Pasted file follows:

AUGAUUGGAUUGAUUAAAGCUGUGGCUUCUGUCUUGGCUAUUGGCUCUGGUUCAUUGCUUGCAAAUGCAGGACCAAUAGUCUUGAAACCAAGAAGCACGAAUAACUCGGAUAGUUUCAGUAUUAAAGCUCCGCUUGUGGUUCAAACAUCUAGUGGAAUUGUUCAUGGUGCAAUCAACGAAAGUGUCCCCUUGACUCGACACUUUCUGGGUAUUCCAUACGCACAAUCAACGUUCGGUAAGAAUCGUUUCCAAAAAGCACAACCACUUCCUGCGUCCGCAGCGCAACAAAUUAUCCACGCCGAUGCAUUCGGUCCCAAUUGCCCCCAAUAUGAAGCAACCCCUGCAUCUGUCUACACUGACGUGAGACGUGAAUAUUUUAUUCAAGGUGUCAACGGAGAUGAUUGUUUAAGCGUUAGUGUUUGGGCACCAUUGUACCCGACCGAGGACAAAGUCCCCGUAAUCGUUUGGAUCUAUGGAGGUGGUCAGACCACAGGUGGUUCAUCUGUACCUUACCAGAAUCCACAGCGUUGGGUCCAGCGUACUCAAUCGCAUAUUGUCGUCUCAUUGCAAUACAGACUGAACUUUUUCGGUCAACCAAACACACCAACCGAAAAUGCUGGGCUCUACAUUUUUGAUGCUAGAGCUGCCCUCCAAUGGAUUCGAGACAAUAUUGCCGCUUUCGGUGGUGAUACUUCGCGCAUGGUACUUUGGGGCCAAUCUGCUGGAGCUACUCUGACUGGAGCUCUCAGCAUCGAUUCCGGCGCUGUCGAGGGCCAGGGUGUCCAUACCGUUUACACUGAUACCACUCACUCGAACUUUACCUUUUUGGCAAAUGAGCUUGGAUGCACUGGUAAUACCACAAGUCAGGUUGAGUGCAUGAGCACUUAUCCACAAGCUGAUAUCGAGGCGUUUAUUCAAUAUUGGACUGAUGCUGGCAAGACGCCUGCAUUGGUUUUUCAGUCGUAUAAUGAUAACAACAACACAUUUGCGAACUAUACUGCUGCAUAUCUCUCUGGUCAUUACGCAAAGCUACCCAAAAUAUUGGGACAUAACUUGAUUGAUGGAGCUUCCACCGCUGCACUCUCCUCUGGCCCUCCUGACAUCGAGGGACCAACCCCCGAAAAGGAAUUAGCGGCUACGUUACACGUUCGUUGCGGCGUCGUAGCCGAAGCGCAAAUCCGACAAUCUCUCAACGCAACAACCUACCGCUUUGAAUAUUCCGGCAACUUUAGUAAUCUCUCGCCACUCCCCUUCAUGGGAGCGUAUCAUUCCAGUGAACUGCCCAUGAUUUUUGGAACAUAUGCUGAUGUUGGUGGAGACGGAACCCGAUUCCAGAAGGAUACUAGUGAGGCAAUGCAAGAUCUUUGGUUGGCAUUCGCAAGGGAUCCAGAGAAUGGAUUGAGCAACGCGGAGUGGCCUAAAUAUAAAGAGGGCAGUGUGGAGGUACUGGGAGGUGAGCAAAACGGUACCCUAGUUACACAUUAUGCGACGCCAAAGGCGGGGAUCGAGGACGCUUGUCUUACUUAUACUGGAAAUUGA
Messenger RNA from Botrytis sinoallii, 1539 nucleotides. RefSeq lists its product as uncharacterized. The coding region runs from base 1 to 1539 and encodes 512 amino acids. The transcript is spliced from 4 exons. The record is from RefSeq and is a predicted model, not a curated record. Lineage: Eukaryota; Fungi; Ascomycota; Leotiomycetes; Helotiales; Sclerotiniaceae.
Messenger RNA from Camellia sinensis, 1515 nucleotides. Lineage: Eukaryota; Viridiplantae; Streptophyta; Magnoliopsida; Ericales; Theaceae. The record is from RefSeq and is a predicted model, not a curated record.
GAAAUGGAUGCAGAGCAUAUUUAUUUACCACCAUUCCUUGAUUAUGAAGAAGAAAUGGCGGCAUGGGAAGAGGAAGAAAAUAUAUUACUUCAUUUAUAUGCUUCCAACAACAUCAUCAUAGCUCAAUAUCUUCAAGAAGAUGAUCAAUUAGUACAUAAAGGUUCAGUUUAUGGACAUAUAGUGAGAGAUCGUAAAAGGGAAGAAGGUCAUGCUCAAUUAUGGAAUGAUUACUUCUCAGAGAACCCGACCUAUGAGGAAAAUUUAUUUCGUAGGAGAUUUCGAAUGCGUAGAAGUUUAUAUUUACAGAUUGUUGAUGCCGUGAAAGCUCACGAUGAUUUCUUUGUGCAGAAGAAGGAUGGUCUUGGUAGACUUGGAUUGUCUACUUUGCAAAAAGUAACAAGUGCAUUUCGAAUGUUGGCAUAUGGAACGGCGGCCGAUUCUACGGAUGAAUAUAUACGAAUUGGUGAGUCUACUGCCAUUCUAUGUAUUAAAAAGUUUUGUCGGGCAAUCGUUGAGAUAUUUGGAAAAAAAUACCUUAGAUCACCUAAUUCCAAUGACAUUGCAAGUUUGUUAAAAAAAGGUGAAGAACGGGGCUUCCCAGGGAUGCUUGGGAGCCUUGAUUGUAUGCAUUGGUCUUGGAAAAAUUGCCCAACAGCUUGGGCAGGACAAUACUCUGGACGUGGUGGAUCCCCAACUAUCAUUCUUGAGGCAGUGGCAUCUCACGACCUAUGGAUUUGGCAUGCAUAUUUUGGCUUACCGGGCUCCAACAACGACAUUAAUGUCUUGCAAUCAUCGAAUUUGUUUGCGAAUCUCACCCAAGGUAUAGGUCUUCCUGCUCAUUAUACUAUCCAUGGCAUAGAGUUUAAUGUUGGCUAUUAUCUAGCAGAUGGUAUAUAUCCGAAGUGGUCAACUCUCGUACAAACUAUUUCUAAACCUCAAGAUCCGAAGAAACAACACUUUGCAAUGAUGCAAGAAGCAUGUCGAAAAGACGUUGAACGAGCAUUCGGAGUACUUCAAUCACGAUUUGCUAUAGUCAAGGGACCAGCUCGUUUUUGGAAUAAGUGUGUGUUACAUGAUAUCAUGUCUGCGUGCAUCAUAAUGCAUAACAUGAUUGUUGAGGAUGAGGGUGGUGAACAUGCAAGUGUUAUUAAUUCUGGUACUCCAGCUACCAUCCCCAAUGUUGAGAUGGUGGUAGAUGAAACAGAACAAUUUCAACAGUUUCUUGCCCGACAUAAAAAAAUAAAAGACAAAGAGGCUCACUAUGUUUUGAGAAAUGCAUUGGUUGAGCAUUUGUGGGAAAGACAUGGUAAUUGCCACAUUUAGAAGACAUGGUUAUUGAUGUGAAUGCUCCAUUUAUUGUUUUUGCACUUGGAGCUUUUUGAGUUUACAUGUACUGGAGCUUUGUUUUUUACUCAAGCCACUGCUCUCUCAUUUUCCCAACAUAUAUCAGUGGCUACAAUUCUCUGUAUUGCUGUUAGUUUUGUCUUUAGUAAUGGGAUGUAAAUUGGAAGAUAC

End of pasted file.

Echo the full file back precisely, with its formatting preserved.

AUGAUUGGAUUGAUUAAAGCUGUGGCUUCUGUCUUGGCUAUUGGCUCUGGUUCAUUGCUUGCAAAUGCAGGACCAAUAGUCUUGAAACCAAGAAGCACGAAUAACUCGGAUAGUUUCAGUAUUAAAGCUCCGCUUGUGGUUCAAACAUCUAGUGGAAUUGUUCAUGGUGCAAUCAACGAAAGUGUCCCCUUGACUCGACACUUUCUGGGUAUUCCAUACGCACAAUCAACGUUCGGUAAGAAUCGUUUCCAAAAAGCACAACCACUUCCUGCGUCCGCAGCGCAACAAAUUAUCCACGCCGAUGCAUUCGGUCCCAAUUGCCCCCAAUAUGAAGCAACCCCUGCAUCUGUCUACACUGACGUGAGACGUGAAUAUUUUAUUCAAGGUGUCAACGGAGAUGAUUGUUUAAGCGUUAGUGUUUGGGCACCAUUGUACCCGACCGAGGACAAAGUCCCCGUAAUCGUUUGGAUCUAUGGAGGUGGUCAGACCACAGGUGGUUCAUCUGUACCUUACCAGAAUCCACAGCGUUGGGUCCAGCGUACUCAAUCGCAUAUUGUCGUCUCAUUGCAAUACAGACUGAACUUUUUCGGUCAACCAAACACACCAACCGAAAAUGCUGGGCUCUACAUUUUUGAUGCUAGAGCUGCCCUCCAAUGGAUUCGAGACAAUAUUGCCGCUUUCGGUGGUGAUACUUCGCGCAUGGUACUUUGGGGCCAAUCUGCUGGAGCUACUCUGACUGGAGCUCUCAGCAUCGAUUCCGGCGCUGUCGAGGGCCAGGGUGUCCAUACCGUUUACACUGAUACCACUCACUCGAACUUUACCUUUUUGGCAAAUGAGCUUGGAUGCACUGGUAAUACCACAAGUCAGGUUGAGUGCAUGAGCACUUAUCCACAAGCUGAUAUCGAGGCGUUUAUUCAAUAUUGGACUGAUGCUGGCAAGACGCCUGCAUUGGUUUUUCAGUCGUAUAAUGAUAACAACAACACAUUUGCGAACUAUACUGCUGCAUAUCUCUCUGGUCAUUACGCAAAGCUACCCAAAAUAUUGGGACAUAACUUGAUUGAUGGAGCUUCCACCGCUGCACUCUCCUCUGGCCCUCCUGACAUCGAGGGACCAACCCCCGAAAAGGAAUUAGCGGCUACGUUACACGUUCGUUGCGGCGUCGUAGCCGAAGCGCAAAUCCGACAAUCUCUCAACGCAACAACCUACCGCUUUGAAUAUUCCGGCAACUUUAGUAAUCUCUCGCCACUCCCCUUCAUGGGAGCGUAUCAUUCCAGUGAACUGCCCAUGAUUUUUGGAACAUAUGCUGAUGUUGGUGGAGACGGAACCCGAUUCCAGAAGGAUACUAGUGAGGCAAUGCAAGAUCUUUGGUUGGCAUUCGCAAGGGAUCCAGAGAAUGGAUUGAGCAACGCGGAGUGGCCUAAAUAUAAAGAGGGCAGUGUGGAGGUACUGGGAGGUGAGCAAAACGGUACCCUAGUUACACAUUAUGCGACGCCAAAGGCGGGGAUCGAGGACGCUUGUCUUACUUAUACUGGAAAUUGA
Messenger RNA from Botrytis sinoallii, 1539 nucleotides. RefSeq lists its product as uncharacterized. The coding region runs from base 1 to 1539 and encodes 512 amino acids. The transcript is spliced from 4 exons. The record is from RefSeq and is a predicted model, not a curated record. Lineage: Eukaryota; Fungi; Ascomycota; Leotiomycetes; Helotiales; Sclerotiniaceae.
Messenger RNA from Camellia sinensis, 1515 nucleotides. Lineage: Eukaryota; Viridiplantae; Streptophyta; Magnoliopsida; Ericales; Theaceae. The record is from RefSeq and is a predicted model, not a curated record.
GAAAUGGAUGCAGAGCAUAUUUAUUUACCACCAUUCCUUGAUUAUGAAGAAGAAAUGGCGGCAUGGGAAGAGGAAGAAAAUAUAUUACUUCAUUUAUAUGCUUCCAACAACAUCAUCAUAGCUCAAUAUCUUCAAGAAGAUGAUCAAUUAGUACAUAAAGGUUCAGUUUAUGGACAUAUAGUGAGAGAUCGUAAAAGGGAAGAAGGUCAUGCUCAAUUAUGGAAUGAUUACUUCUCAGAGAACCCGACCUAUGAGGAAAAUUUAUUUCGUAGGAGAUUUCGAAUGCGUAGAAGUUUAUAUUUACAGAUUGUUGAUGCCGUGAAAGCUCACGAUGAUUUCUUUGUGCAGAAGAAGGAUGGUCUUGGUAGACUUGGAUUGUCUACUUUGCAAAAAGUAACAAGUGCAUUUCGAAUGUUGGCAUAUGGAACGGCGGCCGAUUCUACGGAUGAAUAUAUACGAAUUGGUGAGUCUACUGCCAUUCUAUGUAUUAAAAAGUUUUGUCGGGCAAUCGUUGAGAUAUUUGGAAAAAAAUACCUUAGAUCACCUAAUUCCAAUGACAUUGCAAGUUUGUUAAAAAAAGGUGAAGAACGGGGCUUCCCAGGGAUGCUUGGGAGCCUUGAUUGUAUGCAUUGGUCUUGGAAAAAUUGCCCAACAGCUUGGGCAGGACAAUACUCUGGACGUGGUGGAUCCCCAACUAUCAUUCUUGAGGCAGUGGCAUCUCACGACCUAUGGAUUUGGCAUGCAUAUUUUGGCUUACCGGGCUCCAACAACGACAUUAAUGUCUUGCAAUCAUCGAAUUUGUUUGCGAAUCUCACCCAAGGUAUAGGUCUUCCUGCUCAUUAUACUAUCCAUGGCAUAGAGUUUAAUGUUGGCUAUUAUCUAGCAGAUGGUAUAUAUCCGAAGUGGUCAACUCUCGUACAAACUAUUUCUAAACCUCAAGAUCCGAAGAAACAACACUUUGCAAUGAUGCAAGAAGCAUGUCGAAAAGACGUUGAACGAGCAUUCGGAGUACUUCAAUCACGAUUUGCUAUAGUCAAGGGACCAGCUCGUUUUUGGAAUAAGUGUGUGUUACAUGAUAUCAUGUCUGCGUGCAUCAUAAUGCAUAACAUGAUUGUUGAGGAUGAGGGUGGUGAACAUGCAAGUGUUAUUAAUUCUGGUACUCCAGCUACCAUCCCCAAUGUUGAGAUGGUGGUAGAUGAAACAGAACAAUUUCAACAGUUUCUUGCCCGACAUAAAAAAAUAAAAGACAAAGAGGCUCACUAUGUUUUGAGAAAUGCAUUGGUUGAGCAUUUGUGGGAAAGACAUGGUAAUUGCCACAUUUAGAAGACAUGGUUAUUGAUGUGAAUGCUCCAUUUAUUGUUUUUGCACUUGGAGCUUUUUGAGUUUACAUGUACUGGAGCUUUGUUUUUUACUCAAGCCACUGCUCUCUCAUUUUCCCAACAUAUAUCAGUGGCUACAAUUCUCUGUAUUGCUGUUAGUUUUGUCUUUAGUAAUGGGAUGUAAAUUGGAAGAUAC